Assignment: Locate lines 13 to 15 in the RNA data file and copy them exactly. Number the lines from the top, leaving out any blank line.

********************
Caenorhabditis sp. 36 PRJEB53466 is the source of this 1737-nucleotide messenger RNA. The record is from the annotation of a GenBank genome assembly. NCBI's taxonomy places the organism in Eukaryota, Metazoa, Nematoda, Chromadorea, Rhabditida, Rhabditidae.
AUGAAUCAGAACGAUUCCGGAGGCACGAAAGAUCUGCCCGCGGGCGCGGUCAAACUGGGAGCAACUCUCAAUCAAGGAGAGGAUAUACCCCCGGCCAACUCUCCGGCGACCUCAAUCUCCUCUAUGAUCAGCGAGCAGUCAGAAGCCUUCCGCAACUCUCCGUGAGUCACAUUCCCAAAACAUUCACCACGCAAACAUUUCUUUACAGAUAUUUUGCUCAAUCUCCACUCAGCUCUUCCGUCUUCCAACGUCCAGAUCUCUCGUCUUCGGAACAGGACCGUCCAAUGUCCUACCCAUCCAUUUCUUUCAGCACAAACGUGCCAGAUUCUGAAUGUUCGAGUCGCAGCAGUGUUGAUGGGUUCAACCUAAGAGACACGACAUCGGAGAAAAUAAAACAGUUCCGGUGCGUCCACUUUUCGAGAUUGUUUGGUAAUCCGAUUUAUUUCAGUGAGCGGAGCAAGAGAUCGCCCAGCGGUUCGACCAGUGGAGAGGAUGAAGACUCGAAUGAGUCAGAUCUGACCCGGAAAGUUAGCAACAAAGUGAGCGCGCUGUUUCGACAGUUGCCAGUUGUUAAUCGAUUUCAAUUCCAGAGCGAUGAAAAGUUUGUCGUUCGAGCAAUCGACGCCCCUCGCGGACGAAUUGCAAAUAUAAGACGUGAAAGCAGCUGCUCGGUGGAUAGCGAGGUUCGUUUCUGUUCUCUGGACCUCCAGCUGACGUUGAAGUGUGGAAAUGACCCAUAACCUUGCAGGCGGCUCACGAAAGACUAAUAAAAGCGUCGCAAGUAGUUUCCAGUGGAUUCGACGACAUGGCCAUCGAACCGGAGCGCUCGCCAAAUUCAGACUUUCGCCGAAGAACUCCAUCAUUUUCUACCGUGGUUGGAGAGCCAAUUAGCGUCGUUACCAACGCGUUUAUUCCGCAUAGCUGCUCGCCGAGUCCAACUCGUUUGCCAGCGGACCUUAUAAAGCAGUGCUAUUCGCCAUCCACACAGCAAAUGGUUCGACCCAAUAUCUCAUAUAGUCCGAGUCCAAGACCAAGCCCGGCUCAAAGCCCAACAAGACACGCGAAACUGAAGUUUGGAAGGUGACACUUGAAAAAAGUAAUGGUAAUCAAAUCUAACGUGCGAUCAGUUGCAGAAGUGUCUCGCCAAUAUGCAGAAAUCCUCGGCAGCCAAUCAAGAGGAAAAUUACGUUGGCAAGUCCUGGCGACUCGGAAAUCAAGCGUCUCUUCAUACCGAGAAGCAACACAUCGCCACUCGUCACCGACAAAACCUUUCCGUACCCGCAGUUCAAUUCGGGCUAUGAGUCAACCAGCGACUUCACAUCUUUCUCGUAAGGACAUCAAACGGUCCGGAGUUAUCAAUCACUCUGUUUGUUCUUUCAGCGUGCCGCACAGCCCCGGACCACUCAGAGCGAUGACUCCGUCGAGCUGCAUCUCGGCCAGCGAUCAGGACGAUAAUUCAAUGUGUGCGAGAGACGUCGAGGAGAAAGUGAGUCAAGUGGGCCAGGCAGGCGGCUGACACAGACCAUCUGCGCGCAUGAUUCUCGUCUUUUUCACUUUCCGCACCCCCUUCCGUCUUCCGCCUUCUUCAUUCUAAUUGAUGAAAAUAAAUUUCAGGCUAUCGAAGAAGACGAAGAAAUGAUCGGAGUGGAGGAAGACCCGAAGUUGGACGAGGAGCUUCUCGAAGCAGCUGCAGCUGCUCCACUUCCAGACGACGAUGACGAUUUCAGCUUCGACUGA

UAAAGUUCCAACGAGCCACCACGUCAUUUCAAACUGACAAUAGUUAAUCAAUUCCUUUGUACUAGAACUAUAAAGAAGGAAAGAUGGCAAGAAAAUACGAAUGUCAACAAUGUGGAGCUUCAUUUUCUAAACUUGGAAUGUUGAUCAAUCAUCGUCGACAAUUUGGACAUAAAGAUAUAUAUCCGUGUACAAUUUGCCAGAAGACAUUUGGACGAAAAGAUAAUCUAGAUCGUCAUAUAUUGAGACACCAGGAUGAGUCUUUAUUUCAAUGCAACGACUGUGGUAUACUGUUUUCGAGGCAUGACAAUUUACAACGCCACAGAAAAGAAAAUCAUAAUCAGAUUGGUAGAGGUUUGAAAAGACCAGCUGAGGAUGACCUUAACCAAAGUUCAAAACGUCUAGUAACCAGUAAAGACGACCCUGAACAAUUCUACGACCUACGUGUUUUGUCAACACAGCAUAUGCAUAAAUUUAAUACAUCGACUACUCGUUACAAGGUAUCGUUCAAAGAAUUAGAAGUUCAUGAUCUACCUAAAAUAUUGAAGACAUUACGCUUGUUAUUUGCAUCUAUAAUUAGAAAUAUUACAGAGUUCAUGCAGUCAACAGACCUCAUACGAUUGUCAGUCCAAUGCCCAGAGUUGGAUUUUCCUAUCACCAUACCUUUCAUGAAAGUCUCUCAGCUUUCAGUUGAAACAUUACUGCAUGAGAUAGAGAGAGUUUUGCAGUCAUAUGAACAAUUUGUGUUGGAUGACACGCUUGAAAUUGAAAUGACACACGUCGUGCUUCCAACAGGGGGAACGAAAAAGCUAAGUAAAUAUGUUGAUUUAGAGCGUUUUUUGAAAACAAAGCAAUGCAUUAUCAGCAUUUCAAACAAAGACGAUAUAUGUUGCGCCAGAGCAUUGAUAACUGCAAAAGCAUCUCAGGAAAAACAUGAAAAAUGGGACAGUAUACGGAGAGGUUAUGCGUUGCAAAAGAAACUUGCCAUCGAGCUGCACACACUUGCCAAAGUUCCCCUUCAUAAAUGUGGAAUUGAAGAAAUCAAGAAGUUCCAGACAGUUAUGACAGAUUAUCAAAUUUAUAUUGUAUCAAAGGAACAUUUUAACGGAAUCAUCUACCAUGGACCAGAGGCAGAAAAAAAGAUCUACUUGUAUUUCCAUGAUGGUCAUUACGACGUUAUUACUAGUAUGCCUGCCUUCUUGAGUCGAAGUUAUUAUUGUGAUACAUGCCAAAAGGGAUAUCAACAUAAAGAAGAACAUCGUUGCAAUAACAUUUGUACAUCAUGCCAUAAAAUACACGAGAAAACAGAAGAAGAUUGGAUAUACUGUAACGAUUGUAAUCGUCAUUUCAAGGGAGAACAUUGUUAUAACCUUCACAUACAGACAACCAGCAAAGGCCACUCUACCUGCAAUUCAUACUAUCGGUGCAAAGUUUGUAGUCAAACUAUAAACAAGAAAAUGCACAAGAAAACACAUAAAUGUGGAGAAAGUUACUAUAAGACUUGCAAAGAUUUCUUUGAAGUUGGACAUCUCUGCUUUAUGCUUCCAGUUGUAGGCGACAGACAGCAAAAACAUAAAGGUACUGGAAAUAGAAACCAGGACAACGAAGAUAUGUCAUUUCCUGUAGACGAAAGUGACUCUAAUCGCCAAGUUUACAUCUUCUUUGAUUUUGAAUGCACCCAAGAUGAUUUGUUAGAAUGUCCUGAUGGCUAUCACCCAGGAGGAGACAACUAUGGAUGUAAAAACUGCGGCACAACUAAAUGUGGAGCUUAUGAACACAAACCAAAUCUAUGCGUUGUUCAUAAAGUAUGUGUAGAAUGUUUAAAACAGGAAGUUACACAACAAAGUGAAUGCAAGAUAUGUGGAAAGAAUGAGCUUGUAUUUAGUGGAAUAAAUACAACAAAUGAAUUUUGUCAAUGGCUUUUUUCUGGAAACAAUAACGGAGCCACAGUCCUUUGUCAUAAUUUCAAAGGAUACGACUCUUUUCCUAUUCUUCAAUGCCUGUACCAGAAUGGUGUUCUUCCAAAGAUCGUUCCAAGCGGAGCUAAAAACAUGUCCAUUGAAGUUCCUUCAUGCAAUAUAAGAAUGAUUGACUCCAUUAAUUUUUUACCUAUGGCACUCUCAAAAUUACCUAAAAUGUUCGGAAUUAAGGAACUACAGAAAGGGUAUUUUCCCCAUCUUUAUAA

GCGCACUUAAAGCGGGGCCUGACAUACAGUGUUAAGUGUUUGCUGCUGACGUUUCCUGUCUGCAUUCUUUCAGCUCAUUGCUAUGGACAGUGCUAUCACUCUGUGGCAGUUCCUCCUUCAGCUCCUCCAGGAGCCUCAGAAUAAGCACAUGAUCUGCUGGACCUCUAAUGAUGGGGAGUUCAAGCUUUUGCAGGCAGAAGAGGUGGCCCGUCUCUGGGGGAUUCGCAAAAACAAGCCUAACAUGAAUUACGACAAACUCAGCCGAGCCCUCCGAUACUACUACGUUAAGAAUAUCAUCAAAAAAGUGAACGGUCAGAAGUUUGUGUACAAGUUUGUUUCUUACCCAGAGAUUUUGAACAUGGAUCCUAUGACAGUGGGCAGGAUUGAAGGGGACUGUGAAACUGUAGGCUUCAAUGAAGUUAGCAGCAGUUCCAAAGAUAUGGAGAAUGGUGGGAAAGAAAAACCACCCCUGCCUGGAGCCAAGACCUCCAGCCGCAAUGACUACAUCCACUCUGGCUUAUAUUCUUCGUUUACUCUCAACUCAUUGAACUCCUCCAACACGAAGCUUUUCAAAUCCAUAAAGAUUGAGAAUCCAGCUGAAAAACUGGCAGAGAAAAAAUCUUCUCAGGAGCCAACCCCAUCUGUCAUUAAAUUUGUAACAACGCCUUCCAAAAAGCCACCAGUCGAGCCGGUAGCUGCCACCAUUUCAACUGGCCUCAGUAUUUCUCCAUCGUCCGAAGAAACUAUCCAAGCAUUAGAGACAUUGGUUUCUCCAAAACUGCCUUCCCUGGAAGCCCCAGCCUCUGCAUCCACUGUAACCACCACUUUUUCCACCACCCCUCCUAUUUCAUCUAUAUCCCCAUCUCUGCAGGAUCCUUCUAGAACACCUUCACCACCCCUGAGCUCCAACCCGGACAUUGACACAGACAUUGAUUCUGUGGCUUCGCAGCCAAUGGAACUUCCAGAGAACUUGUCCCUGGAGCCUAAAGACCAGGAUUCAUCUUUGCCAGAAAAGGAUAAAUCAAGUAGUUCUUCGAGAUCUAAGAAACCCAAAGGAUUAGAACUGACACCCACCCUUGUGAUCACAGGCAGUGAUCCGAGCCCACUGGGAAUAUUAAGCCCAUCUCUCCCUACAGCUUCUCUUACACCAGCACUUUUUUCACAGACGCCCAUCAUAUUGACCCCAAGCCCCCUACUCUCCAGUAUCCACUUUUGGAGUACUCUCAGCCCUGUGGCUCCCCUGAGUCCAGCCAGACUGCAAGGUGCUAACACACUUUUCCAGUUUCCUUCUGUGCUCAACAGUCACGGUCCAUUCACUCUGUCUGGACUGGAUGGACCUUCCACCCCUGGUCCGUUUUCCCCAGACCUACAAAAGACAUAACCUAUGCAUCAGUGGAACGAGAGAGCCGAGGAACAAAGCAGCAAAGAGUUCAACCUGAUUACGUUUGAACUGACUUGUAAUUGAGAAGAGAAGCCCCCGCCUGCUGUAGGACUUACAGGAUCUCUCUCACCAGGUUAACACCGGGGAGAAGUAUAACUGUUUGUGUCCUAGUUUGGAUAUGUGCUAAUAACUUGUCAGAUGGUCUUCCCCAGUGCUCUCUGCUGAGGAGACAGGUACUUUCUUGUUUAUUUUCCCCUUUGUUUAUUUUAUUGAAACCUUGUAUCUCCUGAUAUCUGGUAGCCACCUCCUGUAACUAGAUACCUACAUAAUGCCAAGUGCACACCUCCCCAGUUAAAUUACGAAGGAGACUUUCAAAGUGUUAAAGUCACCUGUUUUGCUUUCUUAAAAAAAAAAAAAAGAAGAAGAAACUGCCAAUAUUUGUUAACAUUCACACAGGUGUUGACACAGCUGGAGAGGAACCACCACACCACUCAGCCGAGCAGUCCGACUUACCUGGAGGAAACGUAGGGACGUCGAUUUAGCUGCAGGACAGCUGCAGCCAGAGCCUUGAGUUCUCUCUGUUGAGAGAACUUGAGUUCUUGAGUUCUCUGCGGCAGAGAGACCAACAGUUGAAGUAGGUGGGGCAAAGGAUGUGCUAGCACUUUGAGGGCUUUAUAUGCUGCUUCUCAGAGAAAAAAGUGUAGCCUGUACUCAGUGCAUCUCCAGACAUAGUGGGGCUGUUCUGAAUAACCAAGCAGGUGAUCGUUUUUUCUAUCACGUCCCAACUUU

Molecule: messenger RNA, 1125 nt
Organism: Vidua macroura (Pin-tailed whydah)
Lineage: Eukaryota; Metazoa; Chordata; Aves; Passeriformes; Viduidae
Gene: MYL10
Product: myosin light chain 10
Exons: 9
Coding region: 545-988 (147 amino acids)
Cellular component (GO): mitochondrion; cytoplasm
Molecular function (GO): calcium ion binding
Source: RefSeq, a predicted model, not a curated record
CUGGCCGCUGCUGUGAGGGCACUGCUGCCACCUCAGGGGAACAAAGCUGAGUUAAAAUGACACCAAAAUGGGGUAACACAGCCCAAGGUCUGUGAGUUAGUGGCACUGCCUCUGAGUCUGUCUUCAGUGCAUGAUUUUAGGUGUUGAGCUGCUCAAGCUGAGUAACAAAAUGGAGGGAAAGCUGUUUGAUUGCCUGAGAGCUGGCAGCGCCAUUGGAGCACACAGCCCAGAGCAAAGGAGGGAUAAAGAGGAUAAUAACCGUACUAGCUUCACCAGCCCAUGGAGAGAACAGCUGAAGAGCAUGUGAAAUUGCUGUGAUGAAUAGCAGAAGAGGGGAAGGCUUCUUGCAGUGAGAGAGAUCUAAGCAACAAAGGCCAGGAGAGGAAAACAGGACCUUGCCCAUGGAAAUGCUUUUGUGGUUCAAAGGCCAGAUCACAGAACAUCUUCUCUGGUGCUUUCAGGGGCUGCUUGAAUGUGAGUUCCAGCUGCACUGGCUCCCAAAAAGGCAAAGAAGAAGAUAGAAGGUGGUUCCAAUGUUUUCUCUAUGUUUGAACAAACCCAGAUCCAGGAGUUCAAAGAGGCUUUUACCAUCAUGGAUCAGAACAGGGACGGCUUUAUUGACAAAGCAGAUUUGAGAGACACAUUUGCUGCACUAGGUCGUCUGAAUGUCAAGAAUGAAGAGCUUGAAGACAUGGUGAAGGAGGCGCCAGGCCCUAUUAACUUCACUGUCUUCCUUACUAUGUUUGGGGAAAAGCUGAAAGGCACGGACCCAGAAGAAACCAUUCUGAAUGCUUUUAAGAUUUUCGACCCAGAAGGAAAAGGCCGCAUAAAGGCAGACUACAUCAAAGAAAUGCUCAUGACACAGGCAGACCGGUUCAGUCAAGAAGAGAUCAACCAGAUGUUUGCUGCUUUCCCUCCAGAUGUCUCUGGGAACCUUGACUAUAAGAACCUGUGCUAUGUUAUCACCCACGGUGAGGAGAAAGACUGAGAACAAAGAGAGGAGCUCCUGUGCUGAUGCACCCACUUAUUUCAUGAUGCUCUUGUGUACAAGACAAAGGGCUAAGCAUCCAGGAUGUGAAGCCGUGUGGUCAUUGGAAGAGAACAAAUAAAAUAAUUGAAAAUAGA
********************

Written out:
Molecular function (GO): calcium ion binding
Source: RefSeq, a predicted model, not a curated record
CUGGCCGCUGCUGUGAGGGCACUGCUGCCACCUCAGGGGAACAAAGCUGAGUUAAAAUGACACCAAAAUGGGGUAACACAGCCCAAGGUCUGUGAGUUAGUGGCACUGCCUCUGAGUCUGUCUUCAGUGCAUGAUUUUAGGUGUUGAGCUGCUCAAGCUGAGUAACAAAAUGGAGGGAAAGCUGUUUGAUUGCCUGAGAGCUGGCAGCGCCAUUGGAGCACACAGCCCAGAGCAAAGGAGGGAUAAAGAGGAUAAUAACCGUACUAGCUUCACCAGCCCAUGGAGAGAACAGCUGAAGAGCAUGUGAAAUUGCUGUGAUGAAUAGCAGAAGAGGGGAAGGCUUCUUGCAGUGAGAGAGAUCUAAGCAACAAAGGCCAGGAGAGGAAAACAGGACCUUGCCCAUGGAAAUGCUUUUGUGGUUCAAAGGCCAGAUCACAGAACAUCUUCUCUGGUGCUUUCAGGGGCUGCUUGAAUGUGAGUUCCAGCUGCACUGGCUCCCAAAAAGGCAAAGAAGAAGAUAGAAGGUGGUUCCAAUGUUUUCUCUAUGUUUGAACAAACCCAGAUCCAGGAGUUCAAAGAGGCUUUUACCAUCAUGGAUCAGAACAGGGACGGCUUUAUUGACAAAGCAGAUUUGAGAGACACAUUUGCUGCACUAGGUCGUCUGAAUGUCAAGAAUGAAGAGCUUGAAGACAUGGUGAAGGAGGCGCCAGGCCCUAUUAACUUCACUGUCUUCCUUACUAUGUUUGGGGAAAAGCUGAAAGGCACGGACCCAGAAGAAACCAUUCUGAAUGCUUUUAAGAUUUUCGACCCAGAAGGAAAAGGCCGCAUAAAGGCAGACUACAUCAAAGAAAUGCUCAUGACACAGGCAGACCGGUUCAGUCAAGAAGAGAUCAACCAGAUGUUUGCUGCUUUCCCUCCAGAUGUCUCUGGGAACCUUGACUAUAAGAACCUGUGCUAUGUUAUCACCCACGGUGAGGAGAAAGACUGAGAACAAAGAGAGGAGCUCCUGUGCUGAUGCACCCACUUAUUUCAUGAUGCUCUUGUGUACAAGACAAAGGGCUAAGCAUCCAGGAUGUGAAGCCGUGUGGUCAUUGGAAGAGAACAAAUAAAAUAAUUGAAAAUAGA